6. James McDonald, Paul Maholm, Kevin Correia, Ross Ohlendorf, Charlie Morton or Scott Olsen, Pissburgh
As long as Karen Carpenter’s arm is still attached, her and Wainright are the best 1-2 in the division. Lohse blows, but Westbrook and Garcia are pretty good in the 3-4 spots. The good news is that Carpenter’s next injury is likely to be his last, so there’s that to root for.
The Brewers did the most to fix their pitching and they had to, because it was awful. Greinke is awesome and pitching in front of less than intimidating fatties in Wisconsin shouldn’t trigger his anxiety disorder. Gallardo is as talented as any other pitcher in the division and slotting him at the two is pretty luxurious for the Brewers. Marcum, like Garza, will benefit from a move to the NL Central from the AL East. Randy Wolf is an inning eating mediocrity and Narveson is Shawn Boskie 2.0.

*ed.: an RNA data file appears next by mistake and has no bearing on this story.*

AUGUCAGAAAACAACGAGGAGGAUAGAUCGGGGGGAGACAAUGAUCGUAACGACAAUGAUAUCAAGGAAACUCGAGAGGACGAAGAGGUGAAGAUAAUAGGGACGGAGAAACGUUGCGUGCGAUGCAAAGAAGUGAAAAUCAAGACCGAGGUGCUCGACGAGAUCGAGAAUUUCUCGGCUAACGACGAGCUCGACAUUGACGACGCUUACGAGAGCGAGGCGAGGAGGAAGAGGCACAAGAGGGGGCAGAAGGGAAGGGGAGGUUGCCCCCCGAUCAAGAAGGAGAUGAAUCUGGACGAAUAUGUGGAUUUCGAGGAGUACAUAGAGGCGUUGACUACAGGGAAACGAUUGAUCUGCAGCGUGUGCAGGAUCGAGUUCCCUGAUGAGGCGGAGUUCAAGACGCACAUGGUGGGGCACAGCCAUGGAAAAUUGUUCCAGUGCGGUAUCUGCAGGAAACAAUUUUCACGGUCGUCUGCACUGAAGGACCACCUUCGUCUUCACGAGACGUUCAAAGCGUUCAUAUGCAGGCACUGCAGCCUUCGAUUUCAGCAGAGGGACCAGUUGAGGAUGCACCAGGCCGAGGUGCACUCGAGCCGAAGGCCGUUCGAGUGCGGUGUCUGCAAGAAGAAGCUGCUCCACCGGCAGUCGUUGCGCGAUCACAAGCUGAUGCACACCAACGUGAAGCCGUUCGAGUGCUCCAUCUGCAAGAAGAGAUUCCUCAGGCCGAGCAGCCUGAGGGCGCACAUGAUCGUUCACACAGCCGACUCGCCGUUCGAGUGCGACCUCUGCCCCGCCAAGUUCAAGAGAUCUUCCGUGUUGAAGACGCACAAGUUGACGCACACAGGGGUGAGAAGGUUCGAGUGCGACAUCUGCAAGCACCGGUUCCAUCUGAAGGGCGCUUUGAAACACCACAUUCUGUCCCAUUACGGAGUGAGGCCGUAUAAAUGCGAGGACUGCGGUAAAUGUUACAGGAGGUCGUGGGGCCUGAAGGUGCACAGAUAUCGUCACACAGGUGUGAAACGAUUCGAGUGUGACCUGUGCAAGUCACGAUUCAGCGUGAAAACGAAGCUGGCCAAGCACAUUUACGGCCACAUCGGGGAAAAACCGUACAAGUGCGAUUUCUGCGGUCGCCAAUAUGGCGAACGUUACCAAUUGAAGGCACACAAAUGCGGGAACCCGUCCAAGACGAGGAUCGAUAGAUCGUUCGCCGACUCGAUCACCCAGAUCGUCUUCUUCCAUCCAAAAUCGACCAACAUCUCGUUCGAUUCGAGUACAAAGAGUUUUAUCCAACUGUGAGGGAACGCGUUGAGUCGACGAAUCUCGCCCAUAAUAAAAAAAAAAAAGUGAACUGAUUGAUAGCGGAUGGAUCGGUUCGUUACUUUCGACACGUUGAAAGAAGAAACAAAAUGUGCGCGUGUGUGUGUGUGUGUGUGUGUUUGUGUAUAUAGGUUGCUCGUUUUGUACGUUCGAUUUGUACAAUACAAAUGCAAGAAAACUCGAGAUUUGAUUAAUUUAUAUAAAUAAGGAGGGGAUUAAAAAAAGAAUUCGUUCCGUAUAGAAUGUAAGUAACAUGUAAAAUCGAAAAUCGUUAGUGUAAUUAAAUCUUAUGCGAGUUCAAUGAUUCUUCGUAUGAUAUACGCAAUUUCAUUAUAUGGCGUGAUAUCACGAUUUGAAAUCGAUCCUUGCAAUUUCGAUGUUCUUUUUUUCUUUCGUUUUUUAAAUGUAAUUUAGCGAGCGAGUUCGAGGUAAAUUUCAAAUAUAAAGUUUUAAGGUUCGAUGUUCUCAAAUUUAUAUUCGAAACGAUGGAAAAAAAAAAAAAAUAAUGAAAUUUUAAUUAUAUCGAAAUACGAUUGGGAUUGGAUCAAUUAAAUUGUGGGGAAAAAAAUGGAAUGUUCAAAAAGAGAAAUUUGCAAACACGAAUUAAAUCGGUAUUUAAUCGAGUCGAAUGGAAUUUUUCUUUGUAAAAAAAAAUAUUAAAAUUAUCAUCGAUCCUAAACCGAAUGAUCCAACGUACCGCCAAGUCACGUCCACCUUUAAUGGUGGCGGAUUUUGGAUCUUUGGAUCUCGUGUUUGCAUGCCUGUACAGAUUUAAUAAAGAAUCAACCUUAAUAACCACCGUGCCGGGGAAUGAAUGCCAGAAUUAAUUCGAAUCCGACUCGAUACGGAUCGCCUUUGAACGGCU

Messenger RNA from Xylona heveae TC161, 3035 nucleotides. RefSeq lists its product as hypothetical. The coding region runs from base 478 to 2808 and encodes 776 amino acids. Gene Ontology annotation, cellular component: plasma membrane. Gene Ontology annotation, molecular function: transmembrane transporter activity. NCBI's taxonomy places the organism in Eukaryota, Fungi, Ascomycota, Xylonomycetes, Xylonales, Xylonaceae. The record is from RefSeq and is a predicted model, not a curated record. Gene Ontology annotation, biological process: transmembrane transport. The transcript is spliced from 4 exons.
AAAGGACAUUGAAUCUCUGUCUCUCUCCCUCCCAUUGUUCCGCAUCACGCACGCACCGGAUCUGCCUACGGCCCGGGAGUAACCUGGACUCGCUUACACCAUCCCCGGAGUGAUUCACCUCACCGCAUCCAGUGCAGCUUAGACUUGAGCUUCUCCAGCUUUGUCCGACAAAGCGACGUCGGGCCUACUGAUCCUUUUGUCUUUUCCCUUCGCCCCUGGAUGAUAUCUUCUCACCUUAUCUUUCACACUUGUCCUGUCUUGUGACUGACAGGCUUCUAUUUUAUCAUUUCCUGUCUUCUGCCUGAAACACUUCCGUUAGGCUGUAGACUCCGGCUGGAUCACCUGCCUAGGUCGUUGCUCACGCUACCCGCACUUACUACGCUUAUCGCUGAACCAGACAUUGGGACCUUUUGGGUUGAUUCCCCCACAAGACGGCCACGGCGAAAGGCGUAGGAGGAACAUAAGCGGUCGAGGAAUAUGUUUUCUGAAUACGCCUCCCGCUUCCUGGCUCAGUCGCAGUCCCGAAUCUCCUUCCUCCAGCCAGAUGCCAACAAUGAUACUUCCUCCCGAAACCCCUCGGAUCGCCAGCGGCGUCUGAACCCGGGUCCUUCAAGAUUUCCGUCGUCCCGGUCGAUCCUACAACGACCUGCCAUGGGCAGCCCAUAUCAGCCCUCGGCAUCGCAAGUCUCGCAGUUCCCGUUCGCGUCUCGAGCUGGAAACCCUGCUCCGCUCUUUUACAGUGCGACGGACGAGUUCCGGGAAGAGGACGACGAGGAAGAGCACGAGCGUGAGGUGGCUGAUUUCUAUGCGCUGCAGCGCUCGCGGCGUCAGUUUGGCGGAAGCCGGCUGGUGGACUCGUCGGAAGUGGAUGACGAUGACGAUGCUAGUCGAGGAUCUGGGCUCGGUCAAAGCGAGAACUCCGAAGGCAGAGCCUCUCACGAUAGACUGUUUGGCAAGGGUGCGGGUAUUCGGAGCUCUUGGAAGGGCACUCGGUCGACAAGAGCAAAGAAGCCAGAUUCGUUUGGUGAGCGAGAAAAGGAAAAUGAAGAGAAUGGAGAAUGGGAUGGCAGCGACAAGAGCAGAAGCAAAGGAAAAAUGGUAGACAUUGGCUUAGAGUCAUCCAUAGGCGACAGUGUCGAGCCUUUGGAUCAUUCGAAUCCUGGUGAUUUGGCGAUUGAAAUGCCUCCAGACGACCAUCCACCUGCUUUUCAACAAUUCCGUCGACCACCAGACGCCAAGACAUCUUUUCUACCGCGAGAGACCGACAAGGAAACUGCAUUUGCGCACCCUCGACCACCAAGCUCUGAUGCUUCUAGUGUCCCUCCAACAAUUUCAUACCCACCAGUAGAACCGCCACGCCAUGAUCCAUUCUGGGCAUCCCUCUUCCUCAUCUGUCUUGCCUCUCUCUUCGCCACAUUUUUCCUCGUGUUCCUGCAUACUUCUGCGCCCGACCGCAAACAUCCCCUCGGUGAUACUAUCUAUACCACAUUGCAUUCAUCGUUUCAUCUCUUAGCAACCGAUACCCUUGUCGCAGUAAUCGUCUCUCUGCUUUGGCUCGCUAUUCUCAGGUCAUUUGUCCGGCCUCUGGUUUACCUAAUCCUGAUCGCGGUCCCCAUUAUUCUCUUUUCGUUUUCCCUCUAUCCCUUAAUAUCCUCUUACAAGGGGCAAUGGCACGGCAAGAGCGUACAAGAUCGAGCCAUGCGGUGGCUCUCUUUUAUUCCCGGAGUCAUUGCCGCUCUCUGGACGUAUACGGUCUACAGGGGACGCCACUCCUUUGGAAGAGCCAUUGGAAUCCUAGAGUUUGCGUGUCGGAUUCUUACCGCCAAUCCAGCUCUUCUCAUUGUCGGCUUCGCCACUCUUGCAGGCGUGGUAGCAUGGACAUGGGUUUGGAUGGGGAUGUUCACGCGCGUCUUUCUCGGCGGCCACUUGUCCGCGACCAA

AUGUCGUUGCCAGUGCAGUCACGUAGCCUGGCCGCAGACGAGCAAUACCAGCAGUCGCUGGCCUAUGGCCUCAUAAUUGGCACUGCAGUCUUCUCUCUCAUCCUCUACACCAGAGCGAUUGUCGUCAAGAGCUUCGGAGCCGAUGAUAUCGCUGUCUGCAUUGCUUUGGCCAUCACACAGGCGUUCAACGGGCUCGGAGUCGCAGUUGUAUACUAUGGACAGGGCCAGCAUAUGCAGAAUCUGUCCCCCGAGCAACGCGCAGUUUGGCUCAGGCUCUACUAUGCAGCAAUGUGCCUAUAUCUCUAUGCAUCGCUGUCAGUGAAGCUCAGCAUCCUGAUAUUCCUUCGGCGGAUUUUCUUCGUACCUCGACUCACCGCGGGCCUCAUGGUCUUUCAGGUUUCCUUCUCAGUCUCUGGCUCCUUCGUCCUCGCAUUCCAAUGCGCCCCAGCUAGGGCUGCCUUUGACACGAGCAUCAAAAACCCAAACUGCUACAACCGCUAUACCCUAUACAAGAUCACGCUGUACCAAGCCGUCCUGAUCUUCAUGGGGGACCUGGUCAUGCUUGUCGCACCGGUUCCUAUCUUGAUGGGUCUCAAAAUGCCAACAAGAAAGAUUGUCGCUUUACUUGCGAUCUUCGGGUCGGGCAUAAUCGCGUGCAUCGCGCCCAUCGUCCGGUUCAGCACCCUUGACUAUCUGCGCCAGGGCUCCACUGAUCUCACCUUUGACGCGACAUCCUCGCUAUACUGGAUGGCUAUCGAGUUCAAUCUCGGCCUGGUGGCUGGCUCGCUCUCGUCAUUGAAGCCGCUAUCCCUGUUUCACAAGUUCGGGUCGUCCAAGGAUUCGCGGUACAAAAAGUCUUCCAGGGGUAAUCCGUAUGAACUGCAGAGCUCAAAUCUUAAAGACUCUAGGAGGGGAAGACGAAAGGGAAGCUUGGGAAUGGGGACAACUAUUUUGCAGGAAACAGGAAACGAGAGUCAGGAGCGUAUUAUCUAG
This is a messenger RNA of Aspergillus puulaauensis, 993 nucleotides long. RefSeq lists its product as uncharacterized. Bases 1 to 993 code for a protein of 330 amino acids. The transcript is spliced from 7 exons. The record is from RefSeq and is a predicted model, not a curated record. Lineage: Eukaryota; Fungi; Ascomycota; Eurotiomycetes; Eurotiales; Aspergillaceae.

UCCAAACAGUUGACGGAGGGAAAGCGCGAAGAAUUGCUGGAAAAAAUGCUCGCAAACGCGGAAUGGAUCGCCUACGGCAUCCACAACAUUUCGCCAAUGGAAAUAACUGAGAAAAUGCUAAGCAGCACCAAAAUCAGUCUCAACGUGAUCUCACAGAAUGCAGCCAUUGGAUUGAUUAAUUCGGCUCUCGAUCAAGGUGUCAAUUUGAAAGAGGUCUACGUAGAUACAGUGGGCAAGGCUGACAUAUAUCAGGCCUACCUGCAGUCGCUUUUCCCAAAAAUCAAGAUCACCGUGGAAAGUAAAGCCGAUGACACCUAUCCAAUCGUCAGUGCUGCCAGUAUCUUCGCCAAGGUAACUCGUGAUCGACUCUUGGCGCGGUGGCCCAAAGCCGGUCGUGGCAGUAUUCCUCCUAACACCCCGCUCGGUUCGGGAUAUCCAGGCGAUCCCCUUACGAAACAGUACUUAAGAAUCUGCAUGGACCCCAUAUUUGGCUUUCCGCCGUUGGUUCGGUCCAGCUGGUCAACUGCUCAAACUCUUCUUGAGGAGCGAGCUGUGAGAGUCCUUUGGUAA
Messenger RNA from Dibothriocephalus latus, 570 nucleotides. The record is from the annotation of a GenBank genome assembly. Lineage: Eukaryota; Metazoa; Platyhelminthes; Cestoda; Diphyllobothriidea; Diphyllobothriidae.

The Reds certainly have talent, especially Volquez, who missed more than half of the last season with Dusty Baker…I mean Tommy John Disease and he had some fun with some female fertility drugs that caused him to sit out 50 of those games without pay. Cueto’s next on Dusty’s hit list and his TJ surgery is already scheduled for May. Homer will be 25 in May and he’s shown flashes of being good, and flashes of just allowing a lot of his first names. He’s likely to get passed by both Leake and Wood, at least until Leake’s arm falls off (it started to late in the season). Why anyone would give Dusty a young rotation like this is beyond me. Two years from now they’ll all be toast.
The Cubs have to slot in at four. Other than Garza, their only dependable pitcher is Dempster. There’s talent in that rotation, but it’s going to have to be handled with care.